When I got over beside him, I jabbed my fingers into his shoulder, which was more bone and gristle than anything, and he finally whirled around and looked up at me. He had round, wide blue eyes that sort of sucked the wind right out of my lungs for a second. His face was pasty and white and the skin along his cheeks was so flat and stretched out that it seemed barely able to hold the bones in. He had a squeaky voice, too, that kind of sliced through me until I got used to it.

“Who are you talking to?” I asked him. “You want people to think you’re nuts or something?”

He puckered his pale little mouth at me and started biting his lips until they got so fiery red that I couldn’t tell if they were bleeding or not.

“I ain’t nuts, and I ain’t talking to you or no other human being. I’m talking to these here flowers. I felt sorry for ‘em sitting out here all alone at night and I thought I’d cheer ‘em up. They’re always grateful getting talked to and fussed over. They ain’t like people.”

When I heard that he talked to plants, I started right away howling and laughing and rolling my eyes. And all the while the kid’s mouth puckered up at me even more and his eyes got bluer and brighter, so that pretty soon it seemed like I was staring into some dazzling neon sign, like the one over the bar where my dad went after work sometimes. I even put my hand over my eyes once or twice to ward off the glare. The sun was out strong that afternoon, but it was like a dying candle compared to that little runt’s blue shining eyes.

Finally his mouth slackened a little, and his forehead wrinkled up like he was thinking hard.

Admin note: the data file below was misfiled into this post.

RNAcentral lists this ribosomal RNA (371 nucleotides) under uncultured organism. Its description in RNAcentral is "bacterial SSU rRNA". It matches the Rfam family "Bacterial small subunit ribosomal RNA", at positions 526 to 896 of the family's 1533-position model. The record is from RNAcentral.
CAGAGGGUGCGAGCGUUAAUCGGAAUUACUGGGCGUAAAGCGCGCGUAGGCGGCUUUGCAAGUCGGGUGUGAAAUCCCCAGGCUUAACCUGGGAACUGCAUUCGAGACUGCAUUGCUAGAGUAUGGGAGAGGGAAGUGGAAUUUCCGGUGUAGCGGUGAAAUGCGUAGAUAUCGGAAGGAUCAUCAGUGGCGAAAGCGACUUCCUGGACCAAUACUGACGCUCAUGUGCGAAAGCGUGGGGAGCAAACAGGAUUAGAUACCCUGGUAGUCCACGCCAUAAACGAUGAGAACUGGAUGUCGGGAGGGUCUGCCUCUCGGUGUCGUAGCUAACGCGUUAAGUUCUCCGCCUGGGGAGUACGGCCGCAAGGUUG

“Go on and have your fun, you big jerk,” he snapped at me. “I know right well that these little flowers can hear me, ‘cause every time I come by, they start waving back and forth like they’re excited to see me. I talk to ‘em all the time. I talk to the trees, too, ‘cause their branches are always swaying when I’m around. Sometimes I wave up at them, and they start swaying even more. So don’t tell me what’s going on. I know what I see.”

It took me a while to settle down from all my laughing. I even started watering a little in the eyes and had to bend over a few times to keep my stomach from cramping. Maybe I played it a bit too far and got carried away with myself, because my laugh got   strained right at the end, almost like I was getting a sore throat. I didn’t see any harm in making a little fun of him though. It wasn’t as if I was smacking him across his prickly little jaw. And the kid had no right calling me a big jerk either. But I figured he was simple and didn’t know any better and decided to let it slide for the time being.